At 226 years old, koi Hanako was the longest living fish ever recorded.
The oldest Koi ever recorded is a 226 year old Koi called Hanako.
Hoax or Fact:
The world's oldest fish is a Koi Carp called Hanako that went on to live for 226 years, that is what the stories in question say! Let us study if the unbelievable claim can be fact or not.
The Koi Carp fish Hanako (name translates to “flower girl” in Japanese) was a beautiful red colored female fish in Japan, which at 226 years old is often said to be the longest living fish ever recorded.
Hanako Koi Age Estimation
Komei Koshihara was the last owner of Hanako Koi, who inherited it from his past generations. Out of curiosity, in 1966, Koshihara wanted to estimate Hanako's age and took it to Professor Masayoshi Hiro, who analyzed the rings on its scales in Laboratory of Animal Science, Nagoya Women’s College for a period of two months. At that time, Hanako Koi was estimated to be 215 years old, weighing 7.5 kilograms and 70 centimeters long, which suggests it was born back in 1751. Most fish have growth rings on their scales known as annuli, and their age can be estimated in much the same way as one estimates the age of a tree by counting its rings. In Image Gallery you can see a picture of the Hanako Koi fish, another one showing one of her scales.
Surprised at their finding, Komei Koshihara and Masayoshi Hiro went on to examine the remaining five Koi Carp fishes in the same pond, and after a yearlong analysis, all of them were said to be over 100 years old. You can read the English transcript of Komei Koshihara's radio broadcast to the whole Japanese nation over the NHK radio station on 25 May 1966 on Pond, Koi and Plant Forum.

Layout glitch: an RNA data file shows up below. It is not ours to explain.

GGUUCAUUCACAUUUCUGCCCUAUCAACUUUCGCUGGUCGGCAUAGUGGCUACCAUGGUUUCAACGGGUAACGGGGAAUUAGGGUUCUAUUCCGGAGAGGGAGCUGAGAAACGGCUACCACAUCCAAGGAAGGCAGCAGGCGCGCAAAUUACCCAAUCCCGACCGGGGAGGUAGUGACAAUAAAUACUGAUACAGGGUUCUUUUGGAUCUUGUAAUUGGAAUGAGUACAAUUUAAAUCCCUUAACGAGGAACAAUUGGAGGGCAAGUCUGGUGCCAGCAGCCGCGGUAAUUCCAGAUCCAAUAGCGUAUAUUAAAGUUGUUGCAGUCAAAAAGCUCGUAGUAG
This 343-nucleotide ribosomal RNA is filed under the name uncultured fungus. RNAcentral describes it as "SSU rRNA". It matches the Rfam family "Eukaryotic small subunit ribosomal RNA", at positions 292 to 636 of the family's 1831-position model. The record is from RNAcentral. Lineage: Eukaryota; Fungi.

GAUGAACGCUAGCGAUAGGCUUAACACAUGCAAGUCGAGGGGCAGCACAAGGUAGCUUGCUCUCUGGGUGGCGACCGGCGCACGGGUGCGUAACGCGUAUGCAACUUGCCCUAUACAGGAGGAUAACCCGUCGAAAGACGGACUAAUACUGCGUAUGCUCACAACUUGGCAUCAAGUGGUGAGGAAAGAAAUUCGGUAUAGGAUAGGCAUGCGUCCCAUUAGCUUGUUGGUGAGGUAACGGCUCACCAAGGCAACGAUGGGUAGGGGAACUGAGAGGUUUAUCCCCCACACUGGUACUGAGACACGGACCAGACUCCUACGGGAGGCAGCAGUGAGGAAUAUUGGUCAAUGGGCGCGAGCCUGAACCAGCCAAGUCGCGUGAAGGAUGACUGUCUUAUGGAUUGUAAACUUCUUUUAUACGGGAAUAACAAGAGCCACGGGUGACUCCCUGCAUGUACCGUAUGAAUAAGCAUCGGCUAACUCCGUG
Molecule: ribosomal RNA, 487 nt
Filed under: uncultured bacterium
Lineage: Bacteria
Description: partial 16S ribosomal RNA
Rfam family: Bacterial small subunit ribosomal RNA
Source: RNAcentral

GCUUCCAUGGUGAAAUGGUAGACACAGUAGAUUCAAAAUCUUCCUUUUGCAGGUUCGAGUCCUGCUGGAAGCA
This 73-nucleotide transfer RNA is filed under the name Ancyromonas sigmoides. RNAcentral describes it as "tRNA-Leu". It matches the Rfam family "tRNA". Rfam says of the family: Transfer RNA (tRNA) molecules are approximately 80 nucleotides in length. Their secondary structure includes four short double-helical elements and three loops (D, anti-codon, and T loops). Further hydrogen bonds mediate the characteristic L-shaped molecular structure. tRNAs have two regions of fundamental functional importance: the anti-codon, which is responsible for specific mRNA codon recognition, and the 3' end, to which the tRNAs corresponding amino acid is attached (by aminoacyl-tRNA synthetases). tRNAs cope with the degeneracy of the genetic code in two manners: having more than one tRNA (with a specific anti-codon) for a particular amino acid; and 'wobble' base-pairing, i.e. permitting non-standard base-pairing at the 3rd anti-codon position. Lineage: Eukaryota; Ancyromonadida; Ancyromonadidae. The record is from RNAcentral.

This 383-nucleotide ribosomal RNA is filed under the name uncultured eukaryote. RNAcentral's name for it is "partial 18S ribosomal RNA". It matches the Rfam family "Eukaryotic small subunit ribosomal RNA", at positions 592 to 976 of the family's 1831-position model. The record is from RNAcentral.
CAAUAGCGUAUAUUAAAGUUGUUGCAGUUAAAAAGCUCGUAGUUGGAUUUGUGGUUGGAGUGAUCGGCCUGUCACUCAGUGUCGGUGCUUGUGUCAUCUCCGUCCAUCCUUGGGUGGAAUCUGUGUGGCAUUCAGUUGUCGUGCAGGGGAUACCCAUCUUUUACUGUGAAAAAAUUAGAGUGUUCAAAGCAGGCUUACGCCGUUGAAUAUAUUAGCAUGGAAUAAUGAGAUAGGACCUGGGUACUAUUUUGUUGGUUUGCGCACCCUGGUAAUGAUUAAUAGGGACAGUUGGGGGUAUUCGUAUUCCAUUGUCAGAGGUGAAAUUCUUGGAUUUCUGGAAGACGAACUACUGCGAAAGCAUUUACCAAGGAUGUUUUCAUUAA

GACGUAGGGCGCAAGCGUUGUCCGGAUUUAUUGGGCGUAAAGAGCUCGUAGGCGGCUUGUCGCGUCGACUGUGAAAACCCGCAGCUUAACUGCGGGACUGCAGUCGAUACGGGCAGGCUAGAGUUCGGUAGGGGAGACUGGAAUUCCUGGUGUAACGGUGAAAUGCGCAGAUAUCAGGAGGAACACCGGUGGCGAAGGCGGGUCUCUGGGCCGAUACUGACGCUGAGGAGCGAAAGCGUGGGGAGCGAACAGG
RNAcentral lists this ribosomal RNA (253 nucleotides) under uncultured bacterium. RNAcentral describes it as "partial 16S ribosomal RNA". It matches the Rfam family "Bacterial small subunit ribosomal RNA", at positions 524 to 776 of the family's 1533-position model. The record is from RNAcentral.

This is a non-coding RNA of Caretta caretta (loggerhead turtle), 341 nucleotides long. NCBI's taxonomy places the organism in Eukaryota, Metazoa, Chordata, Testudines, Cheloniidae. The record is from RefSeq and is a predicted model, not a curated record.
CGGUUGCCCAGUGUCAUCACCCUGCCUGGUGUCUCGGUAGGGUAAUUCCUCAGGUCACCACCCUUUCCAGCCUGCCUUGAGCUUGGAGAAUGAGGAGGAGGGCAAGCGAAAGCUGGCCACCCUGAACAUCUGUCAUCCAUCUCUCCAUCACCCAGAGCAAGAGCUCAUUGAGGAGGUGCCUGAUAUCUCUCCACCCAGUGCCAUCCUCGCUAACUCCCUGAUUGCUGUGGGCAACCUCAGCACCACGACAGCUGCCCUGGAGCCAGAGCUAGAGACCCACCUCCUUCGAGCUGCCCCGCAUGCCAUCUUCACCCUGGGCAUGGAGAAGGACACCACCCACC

Koi Fish Lifespan
Hanako, which was thought to be the world's oldest koi carp, died on a memorable date 7/7/77 (7 July 1977) at the age of 226 years. However, many Koi breeders are reluctant to believe it and the age examination has been questioned.
Koi fish are a group of ornamental varieties of domesticated common carp that are kept in outdoor koi ponds or water gardens. How long they live depends on how well they are cared, but the generally accepted lifespan is 25-35 years; the greatest authoritatively accepted age being little more than 50 years. Hanako seems to be cared well by several generations of Koshihara's family, and the Koi used to respond and come to him when he called. However, there are no credible records of Koi which lived over 100 years. An author Nick Fletcher wrote in his book 'The Ultimate Koi’ (Editor) that the testing for estimating Hanako's age was not detailed, and could be an overestimation of age drawn out of wrong conclusions from scale readings. Notably, Komei Koshihara was the President of the same Nagoya Women's College, where the testing was held, and it was a time when Koi fishes were popular for business as well. The 226 year old Hanako Koi was repeatedly talked among koi enthusiasts, and it even made into an article in the UK’s Guardian (theguardian.com).
So lack of other credible examinations to estimate the actual age of Hanako Koi do not validate the attributed 226 years age. Either Hanako actually lived in a fountain of youth, or the examiners botched the science.